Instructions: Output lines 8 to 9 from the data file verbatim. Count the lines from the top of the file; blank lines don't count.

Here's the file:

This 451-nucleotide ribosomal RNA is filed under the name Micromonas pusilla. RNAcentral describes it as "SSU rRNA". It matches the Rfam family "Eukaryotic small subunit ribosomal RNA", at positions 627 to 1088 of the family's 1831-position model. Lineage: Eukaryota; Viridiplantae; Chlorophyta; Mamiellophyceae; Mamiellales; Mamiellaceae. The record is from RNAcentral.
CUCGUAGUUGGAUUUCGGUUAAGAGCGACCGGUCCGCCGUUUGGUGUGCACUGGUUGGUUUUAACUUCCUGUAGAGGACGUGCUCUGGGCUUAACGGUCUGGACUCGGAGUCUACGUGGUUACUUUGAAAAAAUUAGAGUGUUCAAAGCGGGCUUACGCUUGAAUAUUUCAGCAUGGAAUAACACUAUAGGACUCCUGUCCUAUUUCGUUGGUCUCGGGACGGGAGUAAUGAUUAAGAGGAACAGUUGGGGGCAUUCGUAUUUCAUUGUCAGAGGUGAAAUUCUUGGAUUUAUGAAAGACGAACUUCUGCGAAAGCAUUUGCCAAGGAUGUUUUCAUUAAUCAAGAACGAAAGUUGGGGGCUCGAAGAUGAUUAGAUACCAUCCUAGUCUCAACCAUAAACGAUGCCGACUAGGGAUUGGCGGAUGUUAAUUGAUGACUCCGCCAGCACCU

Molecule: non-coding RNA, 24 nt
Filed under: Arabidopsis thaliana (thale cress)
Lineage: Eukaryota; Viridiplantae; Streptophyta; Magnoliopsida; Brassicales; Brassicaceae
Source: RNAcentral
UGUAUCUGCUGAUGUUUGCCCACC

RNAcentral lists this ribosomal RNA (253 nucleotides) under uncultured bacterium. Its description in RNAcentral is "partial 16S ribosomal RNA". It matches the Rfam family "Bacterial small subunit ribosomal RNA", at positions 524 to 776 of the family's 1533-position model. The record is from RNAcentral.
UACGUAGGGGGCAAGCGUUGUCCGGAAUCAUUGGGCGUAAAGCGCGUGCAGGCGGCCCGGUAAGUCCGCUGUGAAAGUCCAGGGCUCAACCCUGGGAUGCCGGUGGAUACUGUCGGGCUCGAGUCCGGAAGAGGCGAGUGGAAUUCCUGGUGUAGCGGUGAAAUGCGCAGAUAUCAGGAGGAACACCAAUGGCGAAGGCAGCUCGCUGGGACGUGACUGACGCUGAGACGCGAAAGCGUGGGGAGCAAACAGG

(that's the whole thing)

RNAcentral lists this ribosomal RNA (253 nucleotides) under uncultured bacterium. Its description in RNAcentral is "partial 16S ribosomal RNA". It matches the Rfam family "Bacterial small subunit ribosomal RNA", at positions 524 to 776 of the family's 1533-position model. The record is from RNAcentral.
UACGUAGGGGGCAAGCGUUGUCCGGAAUCAUUGGGCGUAAAGCGCGUGCAGGCGGCCCGGUAAGUCCGCUGUGAAAGUCCAGGGCUCAACCCUGGGAUGCCGGUGGAUACUGUCGGGCUCGAGUCCGGAAGAGGCGAGUGGAAUUCCUGGUGUAGCGGUGAAAUGCGCAGAUAUCAGGAGGAACACCAAUGGCGAAGGCAGCUCGCUGGGACGUGACUGACGCUGAGACGCGAAAGCGUGGGGAGCAAACAGG